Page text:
The Toilet by Vladimir Kozin is one piece that reflect the way that we live and the environment that we shape for ourselves. As an installation it was a source of fascination for both my pre schooler and my potty training toddler. They raised a few giggles amongst other patrons by spending at least 10 minutes staring down it before asking whether they were allowed to sit on it.

Nature Making by Richard Woods is an observation on today’s hypocritical approach to creating ‘natural’ furniture, which involves destroying so many trees to satisfy the demand for low-cost ’flat-pack’ furniture. The message is brought to life in a giant room of spectacular decor that dwarfs little ones and makes them feel as if they have just stepped into the flat belonging to Charlie & Lola.

Advertising & Consumerism

Oh my cat? (Chechnya fighters) by Alexey Kalima is one of many pieces that reflect the synergy between the ideological power of advertising and that of propaganda. Set out in front the mock advert, is what appears to be a series of large precious stones on tall pillars. These form a maze-like exhibit which can be fun for smaller visitors to walk through, all the time under the watchful eye of the Chechnya fighter. If that isn’t incentive enough for them not to touch anything, then the idea that he’ll unleash his unfriendly looking cat should work as a back-up.

Nutsy’s McDonalds by Tom Sachs – Whether your little ones are familiar with this famous eating establishment or not, this exhibit was as exciting to be around as a life-size toy kitchen, where the kids enjoyed standing around the back pretending to serve things through the hatch to visiting adults. The piece itself is a fantastic comment on consumer society, where quite often the realisation of what goes into the final product can quite quickly remove all desire previously held to consume it. A great piece to relive  any memories you have of Fast Food Nation.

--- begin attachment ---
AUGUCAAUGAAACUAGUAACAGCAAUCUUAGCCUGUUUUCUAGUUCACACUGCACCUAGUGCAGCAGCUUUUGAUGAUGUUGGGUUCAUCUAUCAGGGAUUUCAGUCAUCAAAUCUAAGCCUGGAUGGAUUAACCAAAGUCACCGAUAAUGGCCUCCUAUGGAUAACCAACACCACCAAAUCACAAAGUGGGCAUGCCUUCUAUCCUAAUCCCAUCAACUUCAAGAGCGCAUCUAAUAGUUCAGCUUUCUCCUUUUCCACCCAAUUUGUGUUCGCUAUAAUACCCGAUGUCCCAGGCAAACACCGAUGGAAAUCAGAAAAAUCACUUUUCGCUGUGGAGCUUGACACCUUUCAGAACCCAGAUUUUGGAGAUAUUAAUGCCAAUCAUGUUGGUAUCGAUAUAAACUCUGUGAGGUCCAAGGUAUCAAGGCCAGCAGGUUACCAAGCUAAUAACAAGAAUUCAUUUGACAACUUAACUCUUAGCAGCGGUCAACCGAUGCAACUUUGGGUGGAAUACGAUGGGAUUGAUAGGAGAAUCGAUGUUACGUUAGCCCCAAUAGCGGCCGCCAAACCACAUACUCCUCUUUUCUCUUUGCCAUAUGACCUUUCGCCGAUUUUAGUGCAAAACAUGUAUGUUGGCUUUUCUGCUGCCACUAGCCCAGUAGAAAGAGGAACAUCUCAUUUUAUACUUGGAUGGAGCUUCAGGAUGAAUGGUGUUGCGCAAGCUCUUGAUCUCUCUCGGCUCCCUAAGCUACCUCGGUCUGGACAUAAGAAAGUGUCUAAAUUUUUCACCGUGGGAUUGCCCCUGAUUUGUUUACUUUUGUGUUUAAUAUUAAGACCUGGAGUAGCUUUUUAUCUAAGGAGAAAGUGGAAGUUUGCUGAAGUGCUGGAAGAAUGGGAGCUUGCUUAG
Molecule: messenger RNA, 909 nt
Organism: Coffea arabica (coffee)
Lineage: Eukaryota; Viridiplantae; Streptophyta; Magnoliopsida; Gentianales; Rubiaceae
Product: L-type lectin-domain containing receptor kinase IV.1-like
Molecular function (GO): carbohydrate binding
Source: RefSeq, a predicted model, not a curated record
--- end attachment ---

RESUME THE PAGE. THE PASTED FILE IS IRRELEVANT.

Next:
Ideology & Religion 

United Nations: Man and Space by Gu Wenda feels almost like an infinity room, complete with low lighting that shows off a space draped with national flags from across the world, all made of human hair collected from every destination. It is a magical piece to walk through but beware, it comes to an abrupt end with Die Harder by David Mach, a violent looking image of Jesus on the cross, covered from head to toe in thousands of antennae, representing the act of sending and receiving messages to and from the world.

Abacus by Russian artist Sergey Shutov is completely awe-inspiring. 20 life-size figures, draped in black robes and performing a prayer-like ritual dominate the gallery. Whether a representation of Islam or a worship of fellow Russian artwork placed opposite, I challenge any visitor to say with conviction that they believe them to be just mannequins. This piece will leave you all desperate to find out for certain.